Cecilia Tullberg is a Ph.D. student in the marine research group, working with oxidation of marine long-chain n-3 polyunsaturated fatty acids (LC n-3 PUFA, also called omega-3 fatty acids) during digestion. The main focus of this project lies on understanding what happens with marine omega-3 fatty acids in the gastrointestinal tract, using digestive juices of human origin. A high omega-3 intake has been connected with reduced risk of many unwanted diseases, such as cardiovascular and inflammatory diseases. However, meta-analyses have shown contradictory results, indicating that certain factors may interfere with the beneficial effects of marine omega-3 fatty acids. One of these interfering factors could be the high susceptibility of omega-3 fatty acids to oxidation and the following generation of reactive oxidation products, such as aldehydes. In vitro studies using digestive enzymes of porcine origin have previously shown that marine omega-3 can oxidize, and that oxidation products can be formed, under gastrointestinal tract conditions. With this project we aim to get a deeper understanding of lipid oxidation that takes place when marine lipids are transported through the digestive system and how this affects surrounding cells.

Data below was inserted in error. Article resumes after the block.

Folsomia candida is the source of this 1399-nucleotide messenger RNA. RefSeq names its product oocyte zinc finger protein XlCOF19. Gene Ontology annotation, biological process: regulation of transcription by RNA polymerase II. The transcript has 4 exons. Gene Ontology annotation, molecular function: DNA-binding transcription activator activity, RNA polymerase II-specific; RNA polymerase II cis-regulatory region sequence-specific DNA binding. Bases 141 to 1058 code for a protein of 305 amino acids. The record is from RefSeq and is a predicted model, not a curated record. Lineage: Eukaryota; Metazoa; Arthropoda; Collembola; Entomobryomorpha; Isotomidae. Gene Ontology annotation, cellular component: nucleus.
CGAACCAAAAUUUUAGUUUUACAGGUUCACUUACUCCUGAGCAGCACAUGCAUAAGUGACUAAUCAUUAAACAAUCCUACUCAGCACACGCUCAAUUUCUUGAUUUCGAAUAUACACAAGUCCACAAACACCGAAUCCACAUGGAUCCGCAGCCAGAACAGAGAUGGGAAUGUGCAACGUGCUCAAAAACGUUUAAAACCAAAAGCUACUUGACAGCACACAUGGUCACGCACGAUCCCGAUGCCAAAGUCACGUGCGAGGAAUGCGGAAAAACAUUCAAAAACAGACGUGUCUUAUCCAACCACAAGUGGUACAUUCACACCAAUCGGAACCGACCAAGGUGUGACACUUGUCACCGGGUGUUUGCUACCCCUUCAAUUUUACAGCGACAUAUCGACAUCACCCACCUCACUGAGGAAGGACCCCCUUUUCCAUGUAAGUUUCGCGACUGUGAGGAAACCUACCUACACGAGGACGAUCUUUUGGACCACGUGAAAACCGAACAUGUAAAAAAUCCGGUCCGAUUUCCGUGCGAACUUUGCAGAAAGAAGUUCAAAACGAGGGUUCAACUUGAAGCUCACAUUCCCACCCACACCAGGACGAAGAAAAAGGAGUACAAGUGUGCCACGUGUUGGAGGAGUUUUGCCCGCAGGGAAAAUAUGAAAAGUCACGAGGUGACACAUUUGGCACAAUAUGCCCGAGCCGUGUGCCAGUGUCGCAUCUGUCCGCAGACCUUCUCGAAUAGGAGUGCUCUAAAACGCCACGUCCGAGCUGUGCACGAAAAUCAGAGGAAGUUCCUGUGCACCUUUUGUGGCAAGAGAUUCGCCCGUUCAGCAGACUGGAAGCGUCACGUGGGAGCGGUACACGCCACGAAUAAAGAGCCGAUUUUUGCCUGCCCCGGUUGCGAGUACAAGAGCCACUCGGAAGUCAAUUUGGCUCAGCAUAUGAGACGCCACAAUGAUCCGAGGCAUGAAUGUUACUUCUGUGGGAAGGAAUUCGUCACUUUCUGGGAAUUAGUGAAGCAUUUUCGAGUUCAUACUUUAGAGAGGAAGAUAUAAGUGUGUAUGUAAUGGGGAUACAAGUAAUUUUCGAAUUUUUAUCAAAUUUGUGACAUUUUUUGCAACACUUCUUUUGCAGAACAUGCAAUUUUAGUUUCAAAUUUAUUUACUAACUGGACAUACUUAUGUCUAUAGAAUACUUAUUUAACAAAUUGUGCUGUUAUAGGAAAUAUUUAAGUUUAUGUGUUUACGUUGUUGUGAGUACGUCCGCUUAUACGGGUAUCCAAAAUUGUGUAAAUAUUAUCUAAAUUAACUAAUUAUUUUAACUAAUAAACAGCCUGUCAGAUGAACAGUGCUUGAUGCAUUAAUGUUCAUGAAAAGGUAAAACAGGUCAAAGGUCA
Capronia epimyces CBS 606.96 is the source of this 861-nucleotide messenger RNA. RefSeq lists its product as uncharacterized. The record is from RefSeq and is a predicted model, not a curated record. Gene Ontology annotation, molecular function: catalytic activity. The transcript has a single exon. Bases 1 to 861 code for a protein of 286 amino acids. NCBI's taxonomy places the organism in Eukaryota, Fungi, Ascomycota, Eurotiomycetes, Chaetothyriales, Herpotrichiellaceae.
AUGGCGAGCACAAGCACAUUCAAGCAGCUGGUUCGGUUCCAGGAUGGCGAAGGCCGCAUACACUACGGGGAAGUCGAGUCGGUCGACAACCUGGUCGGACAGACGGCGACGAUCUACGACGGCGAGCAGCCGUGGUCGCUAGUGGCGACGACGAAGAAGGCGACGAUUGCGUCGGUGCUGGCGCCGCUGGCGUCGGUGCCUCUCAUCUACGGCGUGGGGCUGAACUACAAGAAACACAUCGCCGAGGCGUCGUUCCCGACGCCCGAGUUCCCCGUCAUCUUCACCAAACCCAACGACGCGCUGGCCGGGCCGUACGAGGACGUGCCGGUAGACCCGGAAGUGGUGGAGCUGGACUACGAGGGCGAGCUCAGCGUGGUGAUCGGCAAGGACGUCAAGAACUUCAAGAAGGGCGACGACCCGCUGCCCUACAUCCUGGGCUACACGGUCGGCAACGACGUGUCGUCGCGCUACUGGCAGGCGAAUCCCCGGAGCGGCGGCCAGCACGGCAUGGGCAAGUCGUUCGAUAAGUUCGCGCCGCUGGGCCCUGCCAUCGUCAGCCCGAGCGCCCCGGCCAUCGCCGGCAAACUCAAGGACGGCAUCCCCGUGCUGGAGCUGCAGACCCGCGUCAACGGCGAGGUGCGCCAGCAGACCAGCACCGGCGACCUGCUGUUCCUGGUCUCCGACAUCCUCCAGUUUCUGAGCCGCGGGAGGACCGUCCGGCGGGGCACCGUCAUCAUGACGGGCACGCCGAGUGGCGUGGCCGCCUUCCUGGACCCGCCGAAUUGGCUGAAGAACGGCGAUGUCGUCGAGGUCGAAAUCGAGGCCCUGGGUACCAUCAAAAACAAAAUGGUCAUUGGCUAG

You can download this list to your computer.
As logged in user (Chalmers employee) you find more export functions in MyResearch.
You may also import these directly to Zotero or Mendeley by using a browser plugin. These are found herer: